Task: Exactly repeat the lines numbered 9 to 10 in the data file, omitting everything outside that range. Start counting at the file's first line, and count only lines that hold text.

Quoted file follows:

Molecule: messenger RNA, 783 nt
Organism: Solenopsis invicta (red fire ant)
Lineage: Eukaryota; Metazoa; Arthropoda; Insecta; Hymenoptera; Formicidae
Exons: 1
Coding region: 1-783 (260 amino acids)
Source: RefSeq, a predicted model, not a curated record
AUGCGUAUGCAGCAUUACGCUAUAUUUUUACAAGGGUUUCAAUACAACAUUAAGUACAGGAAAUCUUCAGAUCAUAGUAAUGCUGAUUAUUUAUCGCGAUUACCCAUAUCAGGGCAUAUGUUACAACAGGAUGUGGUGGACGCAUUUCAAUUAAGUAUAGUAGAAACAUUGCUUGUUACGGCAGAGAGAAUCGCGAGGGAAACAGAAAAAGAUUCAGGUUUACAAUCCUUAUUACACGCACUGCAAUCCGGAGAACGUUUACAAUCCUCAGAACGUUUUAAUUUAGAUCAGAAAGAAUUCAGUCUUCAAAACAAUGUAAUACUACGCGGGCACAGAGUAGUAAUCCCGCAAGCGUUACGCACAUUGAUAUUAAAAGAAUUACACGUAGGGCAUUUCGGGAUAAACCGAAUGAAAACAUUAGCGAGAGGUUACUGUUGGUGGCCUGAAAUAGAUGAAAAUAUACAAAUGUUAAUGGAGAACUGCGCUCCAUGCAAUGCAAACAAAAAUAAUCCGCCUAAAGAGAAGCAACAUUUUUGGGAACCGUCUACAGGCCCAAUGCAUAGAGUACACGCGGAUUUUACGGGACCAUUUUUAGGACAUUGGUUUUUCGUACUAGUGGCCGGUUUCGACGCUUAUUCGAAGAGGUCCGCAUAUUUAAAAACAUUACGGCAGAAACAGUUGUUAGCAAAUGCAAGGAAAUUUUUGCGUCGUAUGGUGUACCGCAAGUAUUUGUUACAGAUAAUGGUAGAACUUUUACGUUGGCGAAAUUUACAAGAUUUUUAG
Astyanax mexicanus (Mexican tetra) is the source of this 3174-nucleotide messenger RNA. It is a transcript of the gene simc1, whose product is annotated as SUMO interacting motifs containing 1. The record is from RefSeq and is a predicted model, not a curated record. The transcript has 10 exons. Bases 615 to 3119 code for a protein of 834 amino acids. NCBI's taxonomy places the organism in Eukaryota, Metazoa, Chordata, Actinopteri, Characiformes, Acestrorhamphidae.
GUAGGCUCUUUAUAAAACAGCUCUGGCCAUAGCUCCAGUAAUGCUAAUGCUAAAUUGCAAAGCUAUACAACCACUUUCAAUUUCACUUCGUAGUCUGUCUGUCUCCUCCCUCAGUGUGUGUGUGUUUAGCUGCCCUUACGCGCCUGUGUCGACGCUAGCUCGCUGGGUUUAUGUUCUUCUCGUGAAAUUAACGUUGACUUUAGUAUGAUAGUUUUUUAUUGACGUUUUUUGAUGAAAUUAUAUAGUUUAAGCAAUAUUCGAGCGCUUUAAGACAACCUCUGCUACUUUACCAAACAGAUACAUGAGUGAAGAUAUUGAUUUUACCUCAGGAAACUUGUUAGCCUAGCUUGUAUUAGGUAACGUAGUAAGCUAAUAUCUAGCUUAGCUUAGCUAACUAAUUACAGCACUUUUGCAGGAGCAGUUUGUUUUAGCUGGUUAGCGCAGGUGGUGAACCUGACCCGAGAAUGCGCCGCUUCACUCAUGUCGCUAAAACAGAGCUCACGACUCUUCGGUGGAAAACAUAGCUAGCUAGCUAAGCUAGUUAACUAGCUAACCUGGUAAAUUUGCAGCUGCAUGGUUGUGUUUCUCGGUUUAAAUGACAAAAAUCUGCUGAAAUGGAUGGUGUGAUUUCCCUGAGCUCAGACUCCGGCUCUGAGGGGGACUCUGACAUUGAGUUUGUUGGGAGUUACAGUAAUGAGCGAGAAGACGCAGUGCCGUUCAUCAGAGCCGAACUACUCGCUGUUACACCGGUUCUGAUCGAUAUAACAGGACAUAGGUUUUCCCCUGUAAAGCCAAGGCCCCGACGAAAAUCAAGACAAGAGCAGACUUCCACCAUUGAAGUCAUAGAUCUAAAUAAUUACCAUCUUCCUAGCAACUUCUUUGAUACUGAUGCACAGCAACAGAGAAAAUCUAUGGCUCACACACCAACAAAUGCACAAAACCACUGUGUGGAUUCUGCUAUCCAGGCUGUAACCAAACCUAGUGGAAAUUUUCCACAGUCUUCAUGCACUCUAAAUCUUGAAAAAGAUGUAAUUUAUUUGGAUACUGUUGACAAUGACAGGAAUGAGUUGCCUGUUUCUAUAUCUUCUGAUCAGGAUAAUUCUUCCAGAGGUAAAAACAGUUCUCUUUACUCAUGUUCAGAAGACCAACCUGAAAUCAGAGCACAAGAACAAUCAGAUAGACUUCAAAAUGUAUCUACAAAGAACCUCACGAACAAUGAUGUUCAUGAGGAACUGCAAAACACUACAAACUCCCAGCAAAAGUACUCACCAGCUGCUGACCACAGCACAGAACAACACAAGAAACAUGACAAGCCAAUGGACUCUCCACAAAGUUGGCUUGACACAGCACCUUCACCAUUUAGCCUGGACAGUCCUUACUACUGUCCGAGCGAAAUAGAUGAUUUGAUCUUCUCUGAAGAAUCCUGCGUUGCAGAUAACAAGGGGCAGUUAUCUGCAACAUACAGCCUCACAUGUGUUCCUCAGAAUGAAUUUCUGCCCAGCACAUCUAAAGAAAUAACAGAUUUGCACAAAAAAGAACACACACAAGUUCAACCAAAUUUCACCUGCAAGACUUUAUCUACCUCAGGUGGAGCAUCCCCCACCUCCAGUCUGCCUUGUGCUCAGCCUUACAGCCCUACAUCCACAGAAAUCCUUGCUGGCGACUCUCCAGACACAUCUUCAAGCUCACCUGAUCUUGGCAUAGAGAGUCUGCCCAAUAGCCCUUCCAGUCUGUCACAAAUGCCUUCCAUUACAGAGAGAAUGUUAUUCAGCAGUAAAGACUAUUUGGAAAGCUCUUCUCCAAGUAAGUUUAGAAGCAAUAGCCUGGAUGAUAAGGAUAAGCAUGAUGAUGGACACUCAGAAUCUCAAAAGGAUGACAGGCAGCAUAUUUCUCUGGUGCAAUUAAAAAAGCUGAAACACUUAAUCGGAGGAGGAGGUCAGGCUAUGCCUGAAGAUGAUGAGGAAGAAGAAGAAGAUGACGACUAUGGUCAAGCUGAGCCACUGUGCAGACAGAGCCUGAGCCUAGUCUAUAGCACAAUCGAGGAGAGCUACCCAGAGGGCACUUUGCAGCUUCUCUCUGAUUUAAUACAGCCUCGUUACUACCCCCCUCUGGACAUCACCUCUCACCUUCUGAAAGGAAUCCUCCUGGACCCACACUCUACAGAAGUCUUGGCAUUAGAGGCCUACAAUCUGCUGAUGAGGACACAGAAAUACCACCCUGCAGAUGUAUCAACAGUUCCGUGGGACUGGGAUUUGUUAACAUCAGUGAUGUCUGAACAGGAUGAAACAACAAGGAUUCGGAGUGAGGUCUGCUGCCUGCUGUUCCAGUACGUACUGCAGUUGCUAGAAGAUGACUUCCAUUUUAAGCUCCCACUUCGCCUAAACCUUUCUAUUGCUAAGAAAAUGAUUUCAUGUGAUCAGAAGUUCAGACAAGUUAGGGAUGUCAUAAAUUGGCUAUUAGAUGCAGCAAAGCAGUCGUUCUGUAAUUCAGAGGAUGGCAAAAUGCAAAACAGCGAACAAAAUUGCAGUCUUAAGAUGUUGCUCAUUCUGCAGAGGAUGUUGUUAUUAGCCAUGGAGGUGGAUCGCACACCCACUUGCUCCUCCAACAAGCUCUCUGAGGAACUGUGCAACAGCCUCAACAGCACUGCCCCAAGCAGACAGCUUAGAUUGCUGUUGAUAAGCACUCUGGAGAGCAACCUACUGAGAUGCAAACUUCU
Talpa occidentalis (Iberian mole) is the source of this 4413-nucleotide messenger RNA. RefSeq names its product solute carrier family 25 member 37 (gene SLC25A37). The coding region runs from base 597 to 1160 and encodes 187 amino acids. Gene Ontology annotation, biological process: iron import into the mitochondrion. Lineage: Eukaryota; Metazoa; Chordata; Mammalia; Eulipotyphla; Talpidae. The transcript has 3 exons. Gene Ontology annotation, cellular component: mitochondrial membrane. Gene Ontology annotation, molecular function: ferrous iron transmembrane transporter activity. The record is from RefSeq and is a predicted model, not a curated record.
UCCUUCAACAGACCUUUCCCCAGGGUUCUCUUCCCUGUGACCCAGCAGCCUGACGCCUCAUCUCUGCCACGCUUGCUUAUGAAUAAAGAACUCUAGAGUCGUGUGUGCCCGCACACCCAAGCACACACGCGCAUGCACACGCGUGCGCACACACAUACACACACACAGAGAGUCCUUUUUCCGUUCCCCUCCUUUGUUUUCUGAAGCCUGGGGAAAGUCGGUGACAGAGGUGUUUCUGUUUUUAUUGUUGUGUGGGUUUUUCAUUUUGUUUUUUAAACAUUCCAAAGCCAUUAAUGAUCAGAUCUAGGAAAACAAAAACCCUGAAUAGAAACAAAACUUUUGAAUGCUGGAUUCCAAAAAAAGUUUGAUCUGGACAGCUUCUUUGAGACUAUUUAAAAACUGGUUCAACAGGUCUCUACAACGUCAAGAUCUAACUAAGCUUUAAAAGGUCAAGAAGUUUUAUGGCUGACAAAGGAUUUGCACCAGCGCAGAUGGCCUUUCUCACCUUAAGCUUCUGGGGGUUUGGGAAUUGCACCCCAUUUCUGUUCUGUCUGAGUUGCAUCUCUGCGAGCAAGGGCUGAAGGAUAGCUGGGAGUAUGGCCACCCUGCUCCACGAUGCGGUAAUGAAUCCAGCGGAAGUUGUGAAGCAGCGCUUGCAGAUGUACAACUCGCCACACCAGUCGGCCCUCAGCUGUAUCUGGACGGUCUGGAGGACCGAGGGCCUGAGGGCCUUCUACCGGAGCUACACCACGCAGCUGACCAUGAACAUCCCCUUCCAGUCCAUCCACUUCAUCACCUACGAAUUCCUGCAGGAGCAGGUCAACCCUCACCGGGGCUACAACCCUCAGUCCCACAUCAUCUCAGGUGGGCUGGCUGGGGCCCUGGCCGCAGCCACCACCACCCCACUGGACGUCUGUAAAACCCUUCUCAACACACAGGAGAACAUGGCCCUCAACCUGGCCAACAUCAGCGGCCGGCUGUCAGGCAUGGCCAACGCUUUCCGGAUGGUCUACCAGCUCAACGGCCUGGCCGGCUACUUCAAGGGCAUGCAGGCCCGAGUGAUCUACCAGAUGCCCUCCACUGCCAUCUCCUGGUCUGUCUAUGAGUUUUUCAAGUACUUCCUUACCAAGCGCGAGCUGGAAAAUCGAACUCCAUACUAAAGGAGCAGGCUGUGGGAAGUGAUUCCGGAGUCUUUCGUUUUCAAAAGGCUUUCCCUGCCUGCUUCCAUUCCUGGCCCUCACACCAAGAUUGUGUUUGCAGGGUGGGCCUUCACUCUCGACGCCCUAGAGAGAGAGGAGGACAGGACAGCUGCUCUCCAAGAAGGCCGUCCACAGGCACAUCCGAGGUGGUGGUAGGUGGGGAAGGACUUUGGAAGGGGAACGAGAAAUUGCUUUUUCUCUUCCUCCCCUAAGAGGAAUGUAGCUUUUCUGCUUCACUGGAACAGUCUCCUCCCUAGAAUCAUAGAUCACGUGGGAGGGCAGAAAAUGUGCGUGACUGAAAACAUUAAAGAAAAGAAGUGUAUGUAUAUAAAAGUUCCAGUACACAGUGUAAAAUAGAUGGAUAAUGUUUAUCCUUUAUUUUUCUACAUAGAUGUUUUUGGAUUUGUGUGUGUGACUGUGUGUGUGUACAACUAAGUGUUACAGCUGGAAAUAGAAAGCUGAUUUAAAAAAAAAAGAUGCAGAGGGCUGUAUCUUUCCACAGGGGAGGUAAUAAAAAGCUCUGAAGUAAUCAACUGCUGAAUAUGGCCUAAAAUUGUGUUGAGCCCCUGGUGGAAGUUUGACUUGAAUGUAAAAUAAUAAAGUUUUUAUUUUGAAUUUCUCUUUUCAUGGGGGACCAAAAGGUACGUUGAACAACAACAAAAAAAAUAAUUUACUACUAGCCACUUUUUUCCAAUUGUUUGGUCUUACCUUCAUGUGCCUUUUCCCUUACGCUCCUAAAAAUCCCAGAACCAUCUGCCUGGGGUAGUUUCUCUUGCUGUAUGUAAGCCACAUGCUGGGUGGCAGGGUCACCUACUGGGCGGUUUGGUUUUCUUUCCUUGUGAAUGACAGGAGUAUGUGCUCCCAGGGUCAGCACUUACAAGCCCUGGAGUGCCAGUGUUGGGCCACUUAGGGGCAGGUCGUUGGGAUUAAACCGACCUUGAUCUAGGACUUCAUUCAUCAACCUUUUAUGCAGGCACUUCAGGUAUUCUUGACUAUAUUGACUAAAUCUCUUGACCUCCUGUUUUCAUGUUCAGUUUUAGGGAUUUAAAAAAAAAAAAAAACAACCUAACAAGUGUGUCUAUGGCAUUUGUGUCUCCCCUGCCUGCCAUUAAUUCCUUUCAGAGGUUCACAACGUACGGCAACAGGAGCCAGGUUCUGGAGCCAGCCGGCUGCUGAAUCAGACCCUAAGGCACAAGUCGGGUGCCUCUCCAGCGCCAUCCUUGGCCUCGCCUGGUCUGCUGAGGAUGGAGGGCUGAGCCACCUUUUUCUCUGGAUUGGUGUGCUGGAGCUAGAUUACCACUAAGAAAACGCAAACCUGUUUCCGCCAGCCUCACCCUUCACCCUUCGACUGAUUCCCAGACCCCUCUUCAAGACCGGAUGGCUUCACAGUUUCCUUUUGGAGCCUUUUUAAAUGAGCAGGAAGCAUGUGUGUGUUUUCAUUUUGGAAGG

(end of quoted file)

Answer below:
GUAGGCUCUUUAUAAAACAGCUCUGGCCAUAGCUCCAGUAAUGCUAAUGCUAAAUUGCAAAGCUAUACAACCACUUUCAAUUUCACUUCGUAGUCUGUCUGUCUCCUCCCUCAGUGUGUGUGUGUUUAGCUGCCCUUACGCGCCUGUGUCGACGCUAGCUCGCUGGGUUUAUGUUCUUCUCGUGAAAUUAACGUUGACUUUAGUAUGAUAGUUUUUUAUUGACGUUUUUUGAUGAAAUUAUAUAGUUUAAGCAAUAUUCGAGCGCUUUAAGACAACCUCUGCUACUUUACCAAACAGAUACAUGAGUGAAGAUAUUGAUUUUACCUCAGGAAACUUGUUAGCCUAGCUUGUAUUAGGUAACGUAGUAAGCUAAUAUCUAGCUUAGCUUAGCUAACUAAUUACAGCACUUUUGCAGGAGCAGUUUGUUUUAGCUGGUUAGCGCAGGUGGUGAACCUGACCCGAGAAUGCGCCGCUUCACUCAUGUCGCUAAAACAGAGCUCACGACUCUUCGGUGGAAAACAUAGCUAGCUAGCUAAGCUAGUUAACUAGCUAACCUGGUAAAUUUGCAGCUGCAUGGUUGUGUUUCUCGGUUUAAAUGACAAAAAUCUGCUGAAAUGGAUGGUGUGAUUUCCCUGAGCUCAGACUCCGGCUCUGAGGGGGACUCUGACAUUGAGUUUGUUGGGAGUUACAGUAAUGAGCGAGAAGACGCAGUGCCGUUCAUCAGAGCCGAACUACUCGCUGUUACACCGGUUCUGAUCGAUAUAACAGGACAUAGGUUUUCCCCUGUAAAGCCAAGGCCCCGACGAAAAUCAAGACAAGAGCAGACUUCCACCAUUGAAGUCAUAGAUCUAAAUAAUUACCAUCUUCCUAGCAACUUCUUUGAUACUGAUGCACAGCAACAGAGAAAAUCUAUGGCUCACACACCAACAAAUGCACAAAACCACUGUGUGGAUUCUGCUAUCCAGGCUGUAACCAAACCUAGUGGAAAUUUUCCACAGUCUUCAUGCACUCUAAAUCUUGAAAAAGAUGUAAUUUAUUUGGAUACUGUUGACAAUGACAGGAAUGAGUUGCCUGUUUCUAUAUCUUCUGAUCAGGAUAAUUCUUCCAGAGGUAAAAACAGUUCUCUUUACUCAUGUUCAGAAGACCAACCUGAAAUCAGAGCACAAGAACAAUCAGAUAGACUUCAAAAUGUAUCUACAAAGAACCUCACGAACAAUGAUGUUCAUGAGGAACUGCAAAACACUACAAACUCCCAGCAAAAGUACUCACCAGCUGCUGACCACAGCACAGAACAACACAAGAAACAUGACAAGCCAAUGGACUCUCCACAAAGUUGGCUUGACACAGCACCUUCACCAUUUAGCCUGGACAGUCCUUACUACUGUCCGAGCGAAAUAGAUGAUUUGAUCUUCUCUGAAGAAUCCUGCGUUGCAGAUAACAAGGGGCAGUUAUCUGCAACAUACAGCCUCACAUGUGUUCCUCAGAAUGAAUUUCUGCCCAGCACAUCUAAAGAAAUAACAGAUUUGCACAAAAAAGAACACACACAAGUUCAACCAAAUUUCACCUGCAAGACUUUAUCUACCUCAGGUGGAGCAUCCCCCACCUCCAGUCUGCCUUGUGCUCAGCCUUACAGCCCUACAUCCACAGAAAUCCUUGCUGGCGACUCUCCAGACACAUCUUCAAGCUCACCUGAUCUUGGCAUAGAGAGUCUGCCCAAUAGCCCUUCCAGUCUGUCACAAAUGCCUUCCAUUACAGAGAGAAUGUUAUUCAGCAGUAAAGACUAUUUGGAAAGCUCUUCUCCAAGUAAGUUUAGAAGCAAUAGCCUGGAUGAUAAGGAUAAGCAUGAUGAUGGACACUCAGAAUCUCAAAAGGAUGACAGGCAGCAUAUUUCUCUGGUGCAAUUAAAAAAGCUGAAACACUUAAUCGGAGGAGGAGGUCAGGCUAUGCCUGAAGAUGAUGAGGAAGAAGAAGAAGAUGACGACUAUGGUCAAGCUGAGCCACUGUGCAGACAGAGCCUGAGCCUAGUCUAUAGCACAAUCGAGGAGAGCUACCCAGAGGGCACUUUGCAGCUUCUCUCUGAUUUAAUACAGCCUCGUUACUACCCCCCUCUGGACAUCACCUCUCACCUUCUGAAAGGAAUCCUCCUGGACCCACACUCUACAGAAGUCUUGGCAUUAGAGGCCUACAAUCUGCUGAUGAGGACACAGAAAUACCACCCUGCAGAUGUAUCAACAGUUCCGUGGGACUGGGAUUUGUUAACAUCAGUGAUGUCUGAACAGGAUGAAACAACAAGGAUUCGGAGUGAGGUCUGCUGCCUGCUGUUCCAGUACGUACUGCAGUUGCUAGAAGAUGACUUCCAUUUUAAGCUCCCACUUCGCCUAAACCUUUCUAUUGCUAAGAAAAUGAUUUCAUGUGAUCAGAAGUUCAGACAAGUUAGGGAUGUCAUAAAUUGGCUAUUAGAUGCAGCAAAGCAGUCGUUCUGUAAUUCAGAGGAUGGCAAAAUGCAAAACAGCGAACAAAAUUGCAGUCUUAAGAUGUUGCUCAUUCUGCAGAGGAUGUUGUUAUUAGCCAUGGAGGUGGAUCGCACACCCACUUGCUCCUCCAACAAGCUCUCUGAGGAACUGUGCAACAGCCUCAACAGCACUGCCCCAAGCAGACAGCUUAGAUUGCUGUUGAUAAGCACUCUGGAGAGCAACCUACUGAGAUGCAAACUUCU
Talpa occidentalis (Iberian mole) is the source of this 4413-nucleotide messenger RNA. RefSeq names its product solute carrier family 25 member 37 (gene SLC25A37). The coding region runs from base 597 to 1160 and encodes 187 amino acids. Gene Ontology annotation, biological process: iron import into the mitochondrion. Lineage: Eukaryota; Metazoa; Chordata; Mammalia; Eulipotyphla; Talpidae. The transcript has 3 exons. Gene Ontology annotation, cellular component: mitochondrial membrane. Gene Ontology annotation, molecular function: ferrous iron transmembrane transporter activity. The record is from RefSeq and is a predicted model, not a curated record.